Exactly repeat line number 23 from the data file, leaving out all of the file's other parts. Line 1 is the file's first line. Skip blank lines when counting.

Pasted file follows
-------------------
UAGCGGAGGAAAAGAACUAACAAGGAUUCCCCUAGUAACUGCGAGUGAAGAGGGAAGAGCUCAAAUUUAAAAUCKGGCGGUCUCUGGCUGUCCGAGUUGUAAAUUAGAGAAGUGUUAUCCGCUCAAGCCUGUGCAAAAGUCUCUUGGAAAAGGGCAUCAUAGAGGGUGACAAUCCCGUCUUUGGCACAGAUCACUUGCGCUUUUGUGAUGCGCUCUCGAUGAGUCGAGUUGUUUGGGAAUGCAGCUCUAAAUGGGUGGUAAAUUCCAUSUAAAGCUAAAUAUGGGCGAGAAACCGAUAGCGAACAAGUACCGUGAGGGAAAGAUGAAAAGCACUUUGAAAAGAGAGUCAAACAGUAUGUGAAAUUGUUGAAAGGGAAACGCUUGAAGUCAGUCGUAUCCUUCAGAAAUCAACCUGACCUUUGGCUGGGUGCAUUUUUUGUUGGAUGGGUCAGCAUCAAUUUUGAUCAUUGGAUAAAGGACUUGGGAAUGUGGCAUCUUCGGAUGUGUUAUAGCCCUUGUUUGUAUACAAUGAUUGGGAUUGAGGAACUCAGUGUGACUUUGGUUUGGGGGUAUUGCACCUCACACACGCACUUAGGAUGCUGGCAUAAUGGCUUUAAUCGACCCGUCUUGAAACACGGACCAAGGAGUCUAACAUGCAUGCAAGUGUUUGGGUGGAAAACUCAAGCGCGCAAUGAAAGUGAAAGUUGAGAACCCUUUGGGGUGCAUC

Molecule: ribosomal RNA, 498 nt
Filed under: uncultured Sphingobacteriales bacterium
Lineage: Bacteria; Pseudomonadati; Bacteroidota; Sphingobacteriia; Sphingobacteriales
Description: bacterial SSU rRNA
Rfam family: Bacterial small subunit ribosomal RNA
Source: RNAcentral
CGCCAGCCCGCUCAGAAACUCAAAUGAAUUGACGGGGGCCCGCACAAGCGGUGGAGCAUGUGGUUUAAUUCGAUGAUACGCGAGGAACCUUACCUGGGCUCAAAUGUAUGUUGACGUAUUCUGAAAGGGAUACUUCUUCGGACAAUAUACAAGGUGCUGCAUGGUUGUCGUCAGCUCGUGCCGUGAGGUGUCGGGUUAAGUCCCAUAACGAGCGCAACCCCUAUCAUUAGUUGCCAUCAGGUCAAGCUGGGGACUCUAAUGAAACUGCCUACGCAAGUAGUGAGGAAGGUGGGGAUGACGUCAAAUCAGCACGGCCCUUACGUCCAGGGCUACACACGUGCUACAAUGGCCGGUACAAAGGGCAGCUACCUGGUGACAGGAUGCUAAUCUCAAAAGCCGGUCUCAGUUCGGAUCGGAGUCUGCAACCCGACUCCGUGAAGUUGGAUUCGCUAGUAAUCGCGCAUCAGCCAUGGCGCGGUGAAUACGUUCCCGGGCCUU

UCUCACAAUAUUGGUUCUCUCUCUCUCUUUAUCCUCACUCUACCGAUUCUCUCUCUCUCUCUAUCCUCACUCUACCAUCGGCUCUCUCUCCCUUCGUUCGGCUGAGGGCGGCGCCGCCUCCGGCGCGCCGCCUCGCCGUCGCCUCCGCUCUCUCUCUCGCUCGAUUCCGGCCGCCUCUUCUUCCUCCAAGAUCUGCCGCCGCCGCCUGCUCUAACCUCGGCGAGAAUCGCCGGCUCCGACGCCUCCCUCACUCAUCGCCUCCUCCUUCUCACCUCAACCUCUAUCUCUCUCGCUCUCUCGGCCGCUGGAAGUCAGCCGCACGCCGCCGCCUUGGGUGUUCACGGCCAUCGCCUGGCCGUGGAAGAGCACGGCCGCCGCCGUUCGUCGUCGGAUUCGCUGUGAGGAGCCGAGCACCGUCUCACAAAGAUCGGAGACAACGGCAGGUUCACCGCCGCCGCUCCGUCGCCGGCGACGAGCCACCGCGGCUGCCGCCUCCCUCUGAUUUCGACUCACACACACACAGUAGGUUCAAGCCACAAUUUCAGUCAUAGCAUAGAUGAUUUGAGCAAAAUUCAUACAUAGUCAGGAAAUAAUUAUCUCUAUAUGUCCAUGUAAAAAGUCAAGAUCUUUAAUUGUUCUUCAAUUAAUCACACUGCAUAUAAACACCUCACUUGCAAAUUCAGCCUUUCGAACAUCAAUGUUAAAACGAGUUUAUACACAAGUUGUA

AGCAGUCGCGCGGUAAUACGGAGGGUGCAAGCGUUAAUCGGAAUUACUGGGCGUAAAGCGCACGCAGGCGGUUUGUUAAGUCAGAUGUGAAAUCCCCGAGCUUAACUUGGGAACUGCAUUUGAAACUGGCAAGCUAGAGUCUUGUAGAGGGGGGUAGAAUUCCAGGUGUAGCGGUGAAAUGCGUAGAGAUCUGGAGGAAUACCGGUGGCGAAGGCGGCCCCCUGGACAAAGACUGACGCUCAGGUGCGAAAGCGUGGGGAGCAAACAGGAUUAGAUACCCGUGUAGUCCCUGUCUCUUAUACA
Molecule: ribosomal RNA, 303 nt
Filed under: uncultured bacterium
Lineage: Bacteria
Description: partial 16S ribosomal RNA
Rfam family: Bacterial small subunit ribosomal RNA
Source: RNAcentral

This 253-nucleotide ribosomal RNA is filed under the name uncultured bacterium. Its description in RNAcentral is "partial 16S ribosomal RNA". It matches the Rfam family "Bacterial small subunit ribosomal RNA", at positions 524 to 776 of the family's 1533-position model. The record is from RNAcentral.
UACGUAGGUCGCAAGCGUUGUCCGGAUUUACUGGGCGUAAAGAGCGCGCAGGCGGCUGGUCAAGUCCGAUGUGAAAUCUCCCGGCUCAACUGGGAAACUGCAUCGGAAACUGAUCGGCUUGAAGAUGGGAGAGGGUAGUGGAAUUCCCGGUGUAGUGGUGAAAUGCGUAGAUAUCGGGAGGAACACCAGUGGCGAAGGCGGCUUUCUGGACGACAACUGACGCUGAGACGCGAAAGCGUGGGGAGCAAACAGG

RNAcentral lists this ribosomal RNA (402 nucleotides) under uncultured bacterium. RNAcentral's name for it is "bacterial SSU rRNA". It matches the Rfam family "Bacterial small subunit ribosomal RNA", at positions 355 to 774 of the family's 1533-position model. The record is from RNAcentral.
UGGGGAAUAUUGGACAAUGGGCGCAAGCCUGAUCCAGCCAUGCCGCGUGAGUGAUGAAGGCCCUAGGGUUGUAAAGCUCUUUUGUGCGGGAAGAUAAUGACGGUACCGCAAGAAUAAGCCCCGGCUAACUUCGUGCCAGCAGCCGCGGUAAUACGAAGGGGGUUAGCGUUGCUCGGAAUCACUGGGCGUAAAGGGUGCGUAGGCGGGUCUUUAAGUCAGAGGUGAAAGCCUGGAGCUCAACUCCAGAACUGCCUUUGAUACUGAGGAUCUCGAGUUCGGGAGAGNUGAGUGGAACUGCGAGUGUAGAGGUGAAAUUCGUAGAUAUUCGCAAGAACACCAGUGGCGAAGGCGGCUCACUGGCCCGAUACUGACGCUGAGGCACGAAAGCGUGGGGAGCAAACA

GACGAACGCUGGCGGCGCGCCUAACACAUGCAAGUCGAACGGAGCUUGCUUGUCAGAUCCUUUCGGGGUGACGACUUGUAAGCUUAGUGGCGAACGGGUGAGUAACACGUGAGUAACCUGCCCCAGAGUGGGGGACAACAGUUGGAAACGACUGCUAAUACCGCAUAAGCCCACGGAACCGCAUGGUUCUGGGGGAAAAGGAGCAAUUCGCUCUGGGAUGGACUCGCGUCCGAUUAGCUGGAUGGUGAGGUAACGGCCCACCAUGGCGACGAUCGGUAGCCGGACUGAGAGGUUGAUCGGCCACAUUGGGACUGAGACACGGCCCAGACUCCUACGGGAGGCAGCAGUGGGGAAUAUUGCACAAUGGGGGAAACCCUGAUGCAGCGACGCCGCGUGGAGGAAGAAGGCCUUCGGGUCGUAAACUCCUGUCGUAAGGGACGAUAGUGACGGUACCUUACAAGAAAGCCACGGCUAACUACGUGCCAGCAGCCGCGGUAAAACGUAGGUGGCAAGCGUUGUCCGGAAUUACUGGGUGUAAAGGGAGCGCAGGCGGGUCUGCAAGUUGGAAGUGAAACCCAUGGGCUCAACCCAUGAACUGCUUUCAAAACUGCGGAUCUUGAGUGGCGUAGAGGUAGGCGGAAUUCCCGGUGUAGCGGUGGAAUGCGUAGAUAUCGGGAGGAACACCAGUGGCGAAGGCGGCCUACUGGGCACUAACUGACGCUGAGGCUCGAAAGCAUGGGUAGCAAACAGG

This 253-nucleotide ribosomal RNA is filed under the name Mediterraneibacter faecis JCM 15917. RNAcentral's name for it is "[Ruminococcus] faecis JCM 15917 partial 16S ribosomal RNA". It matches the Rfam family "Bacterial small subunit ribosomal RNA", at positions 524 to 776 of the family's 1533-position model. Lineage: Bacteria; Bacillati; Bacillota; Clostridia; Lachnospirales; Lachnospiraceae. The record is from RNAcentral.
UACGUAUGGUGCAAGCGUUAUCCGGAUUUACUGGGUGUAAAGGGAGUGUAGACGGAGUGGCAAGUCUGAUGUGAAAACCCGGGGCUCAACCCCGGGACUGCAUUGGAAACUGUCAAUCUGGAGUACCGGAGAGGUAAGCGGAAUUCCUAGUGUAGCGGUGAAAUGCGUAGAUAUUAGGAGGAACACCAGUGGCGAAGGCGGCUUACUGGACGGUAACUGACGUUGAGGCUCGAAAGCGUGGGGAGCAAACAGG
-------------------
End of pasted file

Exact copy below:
UACGUAUGGUGCAAGCGUUAUCCGGAUUUACUGGGUGUAAAGGGAGUGUAGACGGAGUGGCAAGUCUGAUGUGAAAACCCGGGGCUCAACCCCGGGACUGCAUUGGAAACUGUCAAUCUGGAGUACCGGAGAGGUAAGCGGAAUUCCUAGUGUAGCGGUGAAAUGCGUAGAUAUUAGGAGGAACACCAGUGGCGAAGGCGGCUUACUGGACGGUAACUGACGUUGAGGCUCGAAAGCGUGGGGAGCAAACAGG